A few days before California voters decided to legalize recreational marijuana, Jason got an upsetting email from his business partner: The new owner of their rented warehouse in San Rafael wanted to come by for a walkthrough in 48 hours.
For most businesses, that wouldn’t be a big deal. But it was a problem for Jason. Inside his warehouse were three fully equipped grow rooms, each housing 80 mature and flowering cannabis plants.
“I panicked and had a little freakout before realizing I had some time and had to get to work,” he said.
Discretion has been key for those involved in the underground marijuana industry. Jason had already suffered a home invasion robbery and agreed to be interviewed on condition only his first name be used, not only to stay out of trouble with his landlord, but also for fear his home will be burglarized again.
But after getting that email he had to act fast. Eight people got to work packing up equipment, while Jason spent four hours on the phone to score the hard-to-find boxes large enough to hold his plants without damaging them.
He and his crew worked for 30 hours with only a couple breaks until one of the biggest rental trucks available was loaded up with all the super-stinky plants, ready for transport. Jason drove an empty truck as a decoy.
Some of the inventory went to friends, but most ended up at Jason’s house. The warehouse owner came around the next afternoon and saw nothing.
“That night I was able to laugh a little here and there, eat a burger here and there, and finally fall asleep,” Jason said as he scooped up a dab of Face Off OG wax and prepared to smoke it from his electric nail, set to its usual 605 degrees.
The next day, before Jason could bring the plants back, the landlord of his West Oakland house sent a text to say he was on the way to check the smoke detectors. After quickly claiming to have food poisoning to delay the visit, Jason had to move everything all over again.
Capers like this have long been a part of the unregulated world of medical cannabis. But with the passage of Proposition 64 on the November 8 ballot, and new statewide medical cannabis regulations about to be implemented, a whole new set of challenges is coming. And those challenges will be particularly apparent in Oakland, hometown of Oaksterdam University and a city that will undoubtedly remain a center of the cannabis trade.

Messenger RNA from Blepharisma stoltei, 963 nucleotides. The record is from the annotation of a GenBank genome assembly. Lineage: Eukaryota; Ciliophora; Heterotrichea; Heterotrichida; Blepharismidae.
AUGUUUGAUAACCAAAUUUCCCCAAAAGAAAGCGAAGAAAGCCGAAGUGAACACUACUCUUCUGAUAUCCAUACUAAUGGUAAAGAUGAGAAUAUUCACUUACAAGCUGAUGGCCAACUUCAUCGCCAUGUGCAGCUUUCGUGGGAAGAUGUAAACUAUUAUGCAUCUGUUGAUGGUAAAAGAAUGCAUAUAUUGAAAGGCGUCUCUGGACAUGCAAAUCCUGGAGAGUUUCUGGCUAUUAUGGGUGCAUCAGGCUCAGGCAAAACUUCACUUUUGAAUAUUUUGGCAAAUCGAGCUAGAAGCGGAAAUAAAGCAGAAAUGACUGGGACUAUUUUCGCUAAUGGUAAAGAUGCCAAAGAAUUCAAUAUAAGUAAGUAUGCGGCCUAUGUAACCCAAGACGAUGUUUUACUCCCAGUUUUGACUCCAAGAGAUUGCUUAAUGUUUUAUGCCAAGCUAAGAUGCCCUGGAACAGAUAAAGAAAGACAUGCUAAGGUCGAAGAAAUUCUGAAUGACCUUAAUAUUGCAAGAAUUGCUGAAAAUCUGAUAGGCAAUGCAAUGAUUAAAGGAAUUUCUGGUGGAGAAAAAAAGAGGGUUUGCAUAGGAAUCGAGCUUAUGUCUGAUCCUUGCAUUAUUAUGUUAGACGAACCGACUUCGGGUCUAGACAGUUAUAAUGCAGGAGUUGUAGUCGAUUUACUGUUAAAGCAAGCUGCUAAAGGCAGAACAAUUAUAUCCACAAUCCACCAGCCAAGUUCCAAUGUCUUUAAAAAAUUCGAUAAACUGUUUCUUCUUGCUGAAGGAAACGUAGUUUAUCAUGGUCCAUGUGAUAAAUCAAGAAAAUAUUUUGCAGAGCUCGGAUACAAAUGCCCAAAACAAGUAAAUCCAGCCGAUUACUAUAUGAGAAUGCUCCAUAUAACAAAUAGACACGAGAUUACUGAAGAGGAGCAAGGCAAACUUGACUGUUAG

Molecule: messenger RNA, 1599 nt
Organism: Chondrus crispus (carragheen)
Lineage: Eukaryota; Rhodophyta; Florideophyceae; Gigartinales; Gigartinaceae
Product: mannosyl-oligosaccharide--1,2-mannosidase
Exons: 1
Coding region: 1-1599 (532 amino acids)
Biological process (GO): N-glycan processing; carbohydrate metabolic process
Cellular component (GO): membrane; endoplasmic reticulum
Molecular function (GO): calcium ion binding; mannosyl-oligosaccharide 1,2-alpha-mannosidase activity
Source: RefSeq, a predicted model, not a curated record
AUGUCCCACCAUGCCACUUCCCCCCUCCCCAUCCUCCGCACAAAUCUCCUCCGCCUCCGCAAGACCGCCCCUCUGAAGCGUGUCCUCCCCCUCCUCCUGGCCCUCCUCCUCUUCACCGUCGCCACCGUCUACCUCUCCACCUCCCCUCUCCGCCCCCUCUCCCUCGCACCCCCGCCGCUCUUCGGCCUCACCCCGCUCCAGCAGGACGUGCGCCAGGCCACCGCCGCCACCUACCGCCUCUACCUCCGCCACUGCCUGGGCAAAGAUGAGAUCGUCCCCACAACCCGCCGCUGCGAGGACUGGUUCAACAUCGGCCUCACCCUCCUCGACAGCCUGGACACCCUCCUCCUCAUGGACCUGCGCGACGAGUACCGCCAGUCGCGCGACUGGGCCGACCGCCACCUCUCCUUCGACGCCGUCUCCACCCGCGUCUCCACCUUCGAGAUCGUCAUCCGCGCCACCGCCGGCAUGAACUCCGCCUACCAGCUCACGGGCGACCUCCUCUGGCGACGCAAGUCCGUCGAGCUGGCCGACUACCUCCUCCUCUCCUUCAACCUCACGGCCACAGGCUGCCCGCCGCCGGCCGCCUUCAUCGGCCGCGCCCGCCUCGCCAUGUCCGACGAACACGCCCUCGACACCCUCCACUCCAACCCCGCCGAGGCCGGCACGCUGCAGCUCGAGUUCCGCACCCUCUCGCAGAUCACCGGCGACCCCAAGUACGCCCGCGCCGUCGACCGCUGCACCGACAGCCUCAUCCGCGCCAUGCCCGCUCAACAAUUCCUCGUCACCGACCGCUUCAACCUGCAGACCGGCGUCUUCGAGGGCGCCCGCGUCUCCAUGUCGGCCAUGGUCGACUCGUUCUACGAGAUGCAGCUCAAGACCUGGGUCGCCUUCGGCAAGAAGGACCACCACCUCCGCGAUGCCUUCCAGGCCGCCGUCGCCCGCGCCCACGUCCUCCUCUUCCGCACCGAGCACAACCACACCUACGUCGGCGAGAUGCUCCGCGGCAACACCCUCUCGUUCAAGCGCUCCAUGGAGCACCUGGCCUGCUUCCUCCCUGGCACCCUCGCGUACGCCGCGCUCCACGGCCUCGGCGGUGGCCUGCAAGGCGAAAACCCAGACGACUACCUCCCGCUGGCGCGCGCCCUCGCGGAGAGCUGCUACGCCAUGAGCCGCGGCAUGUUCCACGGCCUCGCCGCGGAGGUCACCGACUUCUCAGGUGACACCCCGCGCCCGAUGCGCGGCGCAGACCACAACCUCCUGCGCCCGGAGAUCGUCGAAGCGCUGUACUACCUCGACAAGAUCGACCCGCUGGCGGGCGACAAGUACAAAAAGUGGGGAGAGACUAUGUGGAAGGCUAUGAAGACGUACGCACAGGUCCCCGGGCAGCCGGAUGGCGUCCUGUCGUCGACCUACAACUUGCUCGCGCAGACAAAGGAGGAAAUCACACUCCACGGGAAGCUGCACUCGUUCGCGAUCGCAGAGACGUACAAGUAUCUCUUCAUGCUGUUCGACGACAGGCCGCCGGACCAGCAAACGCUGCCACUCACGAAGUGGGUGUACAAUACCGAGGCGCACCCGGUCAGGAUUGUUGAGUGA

Prohibition against recreational use ended the day after the election in California, but residents can’t legally buy pot without a medical recommendation until 2018. Experts agree it’ll take a while to see the full impact of legalization, but it’s clear a major new industry will be born—and a big shakeup will hit everyone from secret growers like Jason to businesses already operating legitimately under state and local law.
Even if Proposition 64 didn’t pass, many of these changes were on their way for the medical industry.
California voters legalized medical cannabis in 1996, but there had never been a statewide regulatory system until the Medical Cannabis Regulation and Safety Act (MCRSA) became law in January. MCRSA is the joint effort of three pot-related laws requiring state agencies to issue licenses to medical cannabis businesses, enforce product testing requirements and track all plants grown by licensed cultivators.
The new system is supposed to be in place by the start of 2018. It will be a vast new bureaucracy of getting high.
Cannabis and its industrial counterpart, hemp, were first used by humans at least 6,000 years before Cheech and Chong. Jazz musicians of the early 20th Century smoked it, and recreational use soared with the counterculture of the 1960s and ‘70s.
Abuse of California’s medical cannabis system has been an open secret for a long time. The vague wording of the 1996 Compassionate Use Act, passed by voters as Proposition 215, allows doctors to recommend marijuana for nearly any claimed medical ailment. Only 84,000 medical cannabis cardholders have registered under California’s voluntary system. But since you don’t need to register to get access to the drug, there could be eight times as many people buying from dispensaries, according to data from the Marijuana Policy Project.
To get a recommendation, all you need to do is hop online, fill out a brief survey and pay a small fee with a credit card. You will get a temporary medical pass into pot dispensaries within minutes. The new medical law slightly tightens this loose process.
Proposition 64, the Adult Use of Marijuana Act (AUMA), made it legal under state law for anyone older than 21 to possess, ingest, cultivate, purchase and transport a limited amount of cannabis. It sets up a complicated system to regulate and tax the retail cannabis industry—divvying up the estimated $1 billion a year in state tax revenue between schools, law enforcement, regulatory agencies and substance abuse centers.